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Where a payment is made by a company or trust under the retirement exemption to a CGT concession stakeholder who is an employee of that entity, the payment is deemed (for the purposes of section 109 of the Income Tax Assessment Act 1936) to have been made in consequence of the termination of employment of the stakeholder.
If the payment from a private company to the employee CGT concession stakeholder is excessive (after considering all the circumstances), section 109 of the Income Tax Assessment Act 1936 deems the excessive remuneration to be a dividend.
Consideration of what is unreasonable or excessive is not restricted to the retirement exemption limit of $500,000. Any opinion formed should also have regard to the length of service and level of contribution to the business by the CGT concession stakeholder/employee.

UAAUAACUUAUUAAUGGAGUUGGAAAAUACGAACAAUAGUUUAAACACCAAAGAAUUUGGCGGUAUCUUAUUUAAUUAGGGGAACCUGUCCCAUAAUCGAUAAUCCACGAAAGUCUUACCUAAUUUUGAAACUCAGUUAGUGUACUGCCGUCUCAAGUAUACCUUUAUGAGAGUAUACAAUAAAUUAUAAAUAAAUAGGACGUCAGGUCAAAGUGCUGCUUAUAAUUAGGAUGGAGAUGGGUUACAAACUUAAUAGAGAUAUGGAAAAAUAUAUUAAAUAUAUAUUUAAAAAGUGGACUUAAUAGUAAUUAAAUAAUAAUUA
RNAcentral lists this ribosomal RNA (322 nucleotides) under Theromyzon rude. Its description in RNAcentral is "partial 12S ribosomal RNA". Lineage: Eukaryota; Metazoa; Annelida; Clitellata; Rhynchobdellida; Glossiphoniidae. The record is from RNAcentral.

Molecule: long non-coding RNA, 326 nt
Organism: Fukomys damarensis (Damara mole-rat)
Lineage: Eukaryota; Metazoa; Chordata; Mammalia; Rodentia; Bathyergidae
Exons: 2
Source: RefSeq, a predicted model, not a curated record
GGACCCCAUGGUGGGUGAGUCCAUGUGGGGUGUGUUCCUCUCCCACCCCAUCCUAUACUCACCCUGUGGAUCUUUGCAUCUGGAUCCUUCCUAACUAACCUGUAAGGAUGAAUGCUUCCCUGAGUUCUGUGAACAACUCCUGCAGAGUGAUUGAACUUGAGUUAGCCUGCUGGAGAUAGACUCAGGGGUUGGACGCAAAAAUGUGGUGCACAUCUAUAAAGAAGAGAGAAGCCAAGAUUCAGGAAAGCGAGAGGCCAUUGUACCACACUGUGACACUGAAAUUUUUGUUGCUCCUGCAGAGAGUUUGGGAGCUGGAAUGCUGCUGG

There are no such implications for payments made to CGT concession stakeholders who are not employees of the company or trust.
Last modified: 16 Mar 2011QC 27963
Payments made on or after 23 June 2009 to a CGT concession stakeholder who is an employee, to satisfy the retirement exemption requirements, are no longer deemed to be in consequence of termination of employment for the purposes of section 109 of the ITAA 1936 (about excessive payments to shareholders, directors and associates being deemed to be dividends).
Division 7A of the ITAA 1936 also no longer applies to treat such payments made by a company or trust as dividends
Such payments also ceased to be treated as eligible termination payments from 2007-08 onwards.
Payments made on or after 23 June 2009 to satisfy the retirement exemption requirements are not treated as a dividend nor a frankable distribution provided:
- you are a company making a payment to
- you are an interposed entity receiving a payment and passing that payment on.
See Interposed entities receiving or making payments on or after 23 June 2009.
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